UK economy recession
Economists and the Bank of England expect a downturn for much of this year, with no growth before 2024 when the next election is due. Image Credit: Shutterstock

British companies signalled output dropped at the fastest pace since the start of the pandemic as the government budget deficit widened to a record, adding to evidence that the economy may be in a shallow recession.

S&P Global said its index of sentiment from purchasing managers fell more sharply than expected in January, led by a deterioration in services that had previously propped up the economy. The Office for National Statistics reported the highest ever December shortfall after soaring interest rates jacked up the cost of debt service.

The figures eat away at hopes that the UK may avoid a slump. It adds to pressure on Prime Minister Rishi Sunak to come up with a growth programme and defuse some of the labour and trade disputes that have brought some sectors to a standstill.

“Industrial disputes, staff shortages, export losses, the rising cost of living, and higher interest rates all meant the rate of economic decline gathered pace again,” Chris Williamson, chief business economist at S&P Global Market Intelligence, said in a statement Tuesday. He said the UK is also facing “ongoing damage to the economy from longer-term structural issues such as labour shortages and trade woes linked to Brexit.”

The pound dropped after the S&P release, falling as much as 0.6 per cent to $1.2309, and UK government bonds extended gains. Traders also pared bets on the peak in the BOE’s key rate, pricing in around 101 basis points of additional hikes by August versus 105 basis points at Monday’s close.

So far, the UK has weathered soaring energy prices better than expected. The economy grew unexpectedly in the fourth quarter, dashing expectations that a recession started in the middle of last year. Even so, economists and the Bank of England expect a downturn for much of this year, with no growth before 2024 when the next election is due.

Sunak lifted tax rates to the highest since World War II to finance energy subsidies that are cushioning households from soaring natural gas and electricity prices. The public finances figures highlight both how much money the Treasury is draining from consumers in the form of tax and the government’s increasing struggle to finance health and welfare programmes.

But a number of reports out Tuesday pointed to gloom. The number of British businesses at risk of going bust rose by more than a third at the end of last year, according to a report by consultancy Begbies Traynor. The Confederation of British Industry said factories are curtailing production at record rates on concern that cuts to government energy subsidies will drive up their costs.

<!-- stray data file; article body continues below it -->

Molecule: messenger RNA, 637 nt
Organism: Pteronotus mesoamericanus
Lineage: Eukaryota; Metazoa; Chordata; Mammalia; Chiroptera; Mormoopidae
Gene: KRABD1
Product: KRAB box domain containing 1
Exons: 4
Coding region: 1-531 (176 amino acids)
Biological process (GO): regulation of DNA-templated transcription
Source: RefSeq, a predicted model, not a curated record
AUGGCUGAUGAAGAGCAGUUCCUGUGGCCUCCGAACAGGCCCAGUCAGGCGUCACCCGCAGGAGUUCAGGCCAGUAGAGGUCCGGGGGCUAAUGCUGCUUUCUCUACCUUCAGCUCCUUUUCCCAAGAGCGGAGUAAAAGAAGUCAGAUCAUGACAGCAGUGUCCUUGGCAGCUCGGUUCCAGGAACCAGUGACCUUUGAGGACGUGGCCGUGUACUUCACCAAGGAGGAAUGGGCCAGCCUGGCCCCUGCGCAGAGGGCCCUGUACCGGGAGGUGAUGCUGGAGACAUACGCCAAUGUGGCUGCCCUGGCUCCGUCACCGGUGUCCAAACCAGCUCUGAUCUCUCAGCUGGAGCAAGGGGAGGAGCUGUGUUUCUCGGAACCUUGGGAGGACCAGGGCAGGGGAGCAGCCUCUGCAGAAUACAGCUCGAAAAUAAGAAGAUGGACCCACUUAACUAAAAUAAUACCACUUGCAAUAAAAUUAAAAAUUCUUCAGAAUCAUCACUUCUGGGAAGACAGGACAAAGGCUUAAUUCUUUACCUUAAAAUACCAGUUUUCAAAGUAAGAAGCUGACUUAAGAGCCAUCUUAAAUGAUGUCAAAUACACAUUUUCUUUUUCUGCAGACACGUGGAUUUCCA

“Global supply chain pressures, labour shortages and energy costs are easing, enabling unit cost growth to ease back from record highs,” said Anna Leach, deputy chief economist at the CBI. “But there are signs that demand is easing too.”

Those reports point toward a darkening outlook for the public finances. While inflation is boosting tax receipts for now, it’s also costing the Treasury more in debt service payments.

The budget deficit stood at 27.4 billion pounds ($34 billion), a record for the month and almost triple the 10.7 billion pounds shortfall a year earlier, the ONS said. Economists had forecast a reading of 17.3 billion pounds.

“Today’s worse-than-expected public finances figures will only embolden the Chancellor in the budget on March 15 to keep a tight grip on the public finances,” Ruth Gregory at Capital Economics wrote in a note to clients. It means he’ll “waits until closer to the next general election, perhaps in 2024, before announcing any significant tax cuts”.

The figures also show that soaring prices and tax rates are bringing more money into the Treasury. Total receipts leaped 11 per cent to 658 billion pounds in the financial year to December. VAT and income tax receipts grew at a double digit pace last month.

The massive cost of helping Britain through the living-standards crisis has dashed hopes that borrowing was on a downward path. Less than a year ago, the deficit was projected by the Office for Budget Responsibility to fall below 100 billion pounds in 2022-23.

The cost of subsidising gas and electricity is also taking a toll, amounting to 7 billion pounds in December alone.

“We are helping millions of families with the cost of living, but we must also ensure that our level of debt is fair for future generations,” Chancellor of the Exchequer Jeremy Hunt said in a statement. “We have already taken some tough decisions to get debt falling, and it is vital that we stick to this plan.”